Get Out of Consumer Discretionary Stocks, Morgan Stanley Urges

Their run is done, and staples are the better choice in the next market phase, says strategist Mike Smith.

The economic recovery is moving into its mid-cycle, and that means investors are wise to shift into consumer staples and high-quality stocks—and out of consumer discretionary names. So says Mike Wilson, chief equity strategist at Morgan Stanley.

While admitting in a research paper that this switch had aroused client “pushback” from an earlier mention of it, Wilson argued that discretionary stocks are getting pricey and staples are not.

To him and his analysts, that betokens a new phase of the economy’s journey. The staples, he contended, are better suited to managing through any inflation, which many on Wall Street anticipate. Although staples shares can suffer under inflation, discretionary stocks—such as cars, housing, and appliances—are even worse off, he added.

While long-term rates have risen, and likely will climb more, Wilson indicated that the share-price impact on staples should be more muted going forward. “The rate shock is no longer a shock anymore,” he said. “It’s a ‘known’ known at this point.”

“We’ve had historical outperformance in the last 12 months,” he told CNBC, speaking of consumer discretionary, as he released his report. “So it’s time to rotate away from those types of securities and into areas that have higher quality, and staples fits the bill in that regard.”

This economic cycle is moving at a quicker pace than usual, he declared. “What we see in front of us is a cycle that’s progressing at about two times as fast as it normally does, which means we’re going to be moving from the early-cycle phase of the recovery to the mid-cycle part of the recovery.”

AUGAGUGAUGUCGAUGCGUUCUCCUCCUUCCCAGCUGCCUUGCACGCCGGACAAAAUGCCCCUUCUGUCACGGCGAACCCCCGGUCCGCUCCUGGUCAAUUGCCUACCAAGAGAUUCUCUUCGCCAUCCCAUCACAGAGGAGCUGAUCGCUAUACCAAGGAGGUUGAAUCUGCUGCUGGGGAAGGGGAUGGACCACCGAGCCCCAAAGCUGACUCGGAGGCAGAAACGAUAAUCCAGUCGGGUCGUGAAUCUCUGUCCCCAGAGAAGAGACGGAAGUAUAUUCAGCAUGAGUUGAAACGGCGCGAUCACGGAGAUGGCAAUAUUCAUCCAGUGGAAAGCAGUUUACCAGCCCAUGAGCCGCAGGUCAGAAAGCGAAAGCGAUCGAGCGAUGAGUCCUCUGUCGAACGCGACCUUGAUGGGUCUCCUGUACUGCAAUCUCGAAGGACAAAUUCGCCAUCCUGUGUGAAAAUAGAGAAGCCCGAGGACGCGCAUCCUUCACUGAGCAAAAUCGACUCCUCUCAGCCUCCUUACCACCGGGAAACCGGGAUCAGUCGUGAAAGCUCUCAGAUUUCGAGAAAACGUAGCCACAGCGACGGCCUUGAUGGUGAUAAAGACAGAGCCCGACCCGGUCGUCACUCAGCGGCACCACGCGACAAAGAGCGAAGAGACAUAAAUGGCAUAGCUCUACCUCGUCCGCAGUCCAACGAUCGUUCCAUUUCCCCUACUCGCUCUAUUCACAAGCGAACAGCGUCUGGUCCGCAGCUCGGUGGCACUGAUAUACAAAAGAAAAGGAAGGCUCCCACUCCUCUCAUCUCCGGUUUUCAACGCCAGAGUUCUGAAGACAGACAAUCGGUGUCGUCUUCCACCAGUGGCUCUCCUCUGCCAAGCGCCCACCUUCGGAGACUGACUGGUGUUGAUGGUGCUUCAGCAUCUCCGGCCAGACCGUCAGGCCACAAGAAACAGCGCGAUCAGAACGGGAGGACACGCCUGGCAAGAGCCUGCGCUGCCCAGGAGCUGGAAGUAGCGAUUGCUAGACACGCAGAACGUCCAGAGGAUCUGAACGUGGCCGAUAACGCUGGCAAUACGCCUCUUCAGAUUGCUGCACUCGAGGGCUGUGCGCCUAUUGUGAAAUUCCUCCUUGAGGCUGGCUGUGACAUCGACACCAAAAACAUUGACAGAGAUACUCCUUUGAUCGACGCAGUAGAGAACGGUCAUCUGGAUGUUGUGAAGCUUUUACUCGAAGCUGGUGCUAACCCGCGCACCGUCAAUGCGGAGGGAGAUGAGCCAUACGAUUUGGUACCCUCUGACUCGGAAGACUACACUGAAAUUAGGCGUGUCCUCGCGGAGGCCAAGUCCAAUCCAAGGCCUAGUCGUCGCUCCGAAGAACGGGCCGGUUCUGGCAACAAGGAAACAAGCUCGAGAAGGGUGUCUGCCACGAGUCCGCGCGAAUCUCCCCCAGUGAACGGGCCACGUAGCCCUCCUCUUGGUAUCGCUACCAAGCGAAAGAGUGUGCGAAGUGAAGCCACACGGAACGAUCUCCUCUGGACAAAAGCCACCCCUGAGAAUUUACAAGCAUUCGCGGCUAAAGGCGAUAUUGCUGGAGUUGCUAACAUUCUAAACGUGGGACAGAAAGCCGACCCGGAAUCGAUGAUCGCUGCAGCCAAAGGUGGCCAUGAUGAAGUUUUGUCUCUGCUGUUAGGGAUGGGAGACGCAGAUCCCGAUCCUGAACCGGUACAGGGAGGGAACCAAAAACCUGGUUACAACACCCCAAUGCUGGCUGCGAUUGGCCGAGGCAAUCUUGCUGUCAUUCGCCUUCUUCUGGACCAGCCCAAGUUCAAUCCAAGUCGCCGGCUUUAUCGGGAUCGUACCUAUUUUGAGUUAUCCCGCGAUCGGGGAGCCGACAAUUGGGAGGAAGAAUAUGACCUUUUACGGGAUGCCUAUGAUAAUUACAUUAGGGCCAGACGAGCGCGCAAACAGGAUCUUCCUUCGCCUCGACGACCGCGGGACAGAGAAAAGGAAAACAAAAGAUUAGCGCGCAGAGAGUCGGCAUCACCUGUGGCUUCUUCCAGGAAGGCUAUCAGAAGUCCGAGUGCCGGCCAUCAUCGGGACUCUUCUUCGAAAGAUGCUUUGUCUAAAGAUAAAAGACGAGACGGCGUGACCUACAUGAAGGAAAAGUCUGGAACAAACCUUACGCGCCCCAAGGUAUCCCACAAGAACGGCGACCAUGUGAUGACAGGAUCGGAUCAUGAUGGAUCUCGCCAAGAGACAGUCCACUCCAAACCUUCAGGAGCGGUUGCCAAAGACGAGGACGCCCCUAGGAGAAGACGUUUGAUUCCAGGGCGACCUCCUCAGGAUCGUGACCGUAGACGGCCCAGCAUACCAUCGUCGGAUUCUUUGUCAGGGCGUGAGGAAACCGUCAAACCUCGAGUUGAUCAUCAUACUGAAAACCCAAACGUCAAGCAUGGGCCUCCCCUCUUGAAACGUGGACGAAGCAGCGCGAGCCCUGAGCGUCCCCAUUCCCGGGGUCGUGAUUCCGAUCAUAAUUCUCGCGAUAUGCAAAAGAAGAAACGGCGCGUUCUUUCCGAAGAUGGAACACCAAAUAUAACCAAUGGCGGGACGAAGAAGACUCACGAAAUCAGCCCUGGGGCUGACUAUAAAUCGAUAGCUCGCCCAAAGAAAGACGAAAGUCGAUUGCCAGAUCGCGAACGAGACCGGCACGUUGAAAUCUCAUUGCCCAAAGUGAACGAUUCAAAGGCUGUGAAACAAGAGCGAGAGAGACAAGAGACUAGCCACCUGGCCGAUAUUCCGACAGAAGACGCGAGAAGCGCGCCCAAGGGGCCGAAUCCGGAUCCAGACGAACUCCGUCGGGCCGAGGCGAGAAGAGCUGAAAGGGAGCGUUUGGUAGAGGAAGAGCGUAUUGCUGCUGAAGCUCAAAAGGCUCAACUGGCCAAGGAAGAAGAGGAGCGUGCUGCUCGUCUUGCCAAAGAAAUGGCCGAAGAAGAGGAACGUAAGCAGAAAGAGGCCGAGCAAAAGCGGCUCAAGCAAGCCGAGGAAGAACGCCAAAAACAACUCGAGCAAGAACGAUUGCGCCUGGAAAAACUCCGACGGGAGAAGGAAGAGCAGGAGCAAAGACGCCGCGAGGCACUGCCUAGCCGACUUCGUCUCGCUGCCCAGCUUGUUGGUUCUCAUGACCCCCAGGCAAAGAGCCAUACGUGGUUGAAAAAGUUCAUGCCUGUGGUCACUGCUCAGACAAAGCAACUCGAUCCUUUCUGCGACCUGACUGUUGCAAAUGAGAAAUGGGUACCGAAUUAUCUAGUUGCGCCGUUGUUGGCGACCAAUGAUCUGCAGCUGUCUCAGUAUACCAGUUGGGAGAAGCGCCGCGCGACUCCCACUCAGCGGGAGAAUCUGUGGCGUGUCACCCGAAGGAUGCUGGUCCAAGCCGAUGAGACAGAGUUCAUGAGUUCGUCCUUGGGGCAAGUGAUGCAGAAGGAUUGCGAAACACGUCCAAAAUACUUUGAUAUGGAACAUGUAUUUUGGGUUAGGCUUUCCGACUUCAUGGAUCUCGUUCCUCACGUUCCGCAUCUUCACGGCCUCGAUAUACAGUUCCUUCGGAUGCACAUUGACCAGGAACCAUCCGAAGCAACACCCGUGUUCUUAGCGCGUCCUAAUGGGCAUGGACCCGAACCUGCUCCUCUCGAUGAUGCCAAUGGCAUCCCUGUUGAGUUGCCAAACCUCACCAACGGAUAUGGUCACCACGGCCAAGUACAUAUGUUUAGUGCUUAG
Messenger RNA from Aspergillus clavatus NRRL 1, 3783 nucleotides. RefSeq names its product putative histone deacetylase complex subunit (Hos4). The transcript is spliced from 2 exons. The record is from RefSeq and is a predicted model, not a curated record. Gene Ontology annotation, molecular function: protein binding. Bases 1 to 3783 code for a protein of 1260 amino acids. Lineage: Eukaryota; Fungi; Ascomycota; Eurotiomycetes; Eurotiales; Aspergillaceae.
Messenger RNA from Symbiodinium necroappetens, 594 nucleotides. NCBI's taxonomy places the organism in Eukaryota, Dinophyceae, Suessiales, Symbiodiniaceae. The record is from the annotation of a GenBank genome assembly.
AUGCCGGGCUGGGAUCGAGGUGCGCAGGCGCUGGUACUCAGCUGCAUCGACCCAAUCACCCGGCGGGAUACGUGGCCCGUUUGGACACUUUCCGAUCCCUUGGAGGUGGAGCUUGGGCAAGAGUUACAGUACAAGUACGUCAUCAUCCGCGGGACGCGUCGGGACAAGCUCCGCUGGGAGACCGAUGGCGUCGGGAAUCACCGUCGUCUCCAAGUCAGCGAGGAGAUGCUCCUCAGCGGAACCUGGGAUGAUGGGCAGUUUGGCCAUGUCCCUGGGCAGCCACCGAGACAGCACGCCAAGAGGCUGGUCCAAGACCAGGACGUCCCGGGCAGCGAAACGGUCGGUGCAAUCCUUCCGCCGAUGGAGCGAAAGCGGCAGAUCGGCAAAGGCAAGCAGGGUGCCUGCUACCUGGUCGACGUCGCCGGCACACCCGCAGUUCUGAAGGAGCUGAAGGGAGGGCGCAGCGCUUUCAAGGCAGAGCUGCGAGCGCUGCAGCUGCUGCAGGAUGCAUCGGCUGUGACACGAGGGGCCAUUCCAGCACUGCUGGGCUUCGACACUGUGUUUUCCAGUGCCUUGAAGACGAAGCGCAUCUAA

Part of that picture, Wilson said, should be a tilt to “higher-quality stocks.” By which he means steady companies with solid earnings and wide moats, those that have proven their worth over many years. These also must embody “growth at a reasonable price,” or GARP, meaning more affordable share prices.

“They’ve really underperformed, which is typical in the early cycle part of the recovery. Now the quality factor is going to start to work again,” said Wilson, who is also Morgan Stanley’s chief investment officer.

Alphabet, the parent of Google, is one such “quality” stock that by the most common metric, the price/earnings ratio (P/E), is on the expensive side: 36. But Morgan Stanley prefers enterprise value (stock value plus debt minus cash) to sales. This ratio works out to 7.6, which to Morgan Stanley deems to be acceptable.

Among the staples the firm likes are supermarket chain Kroger (year-to-date stock growth, 16.7%), household products purveyor Kimberly-Clark (2.9%), and public utility Entergy (3.4%). Only Kroger exceeds the S&P 500’s average of  8.5%, and not by any huge amount. The P/Es of the trio of staples stocks are all below the market’s: with Kroger at 11, Kimberly at 20, and Entergy at 15.

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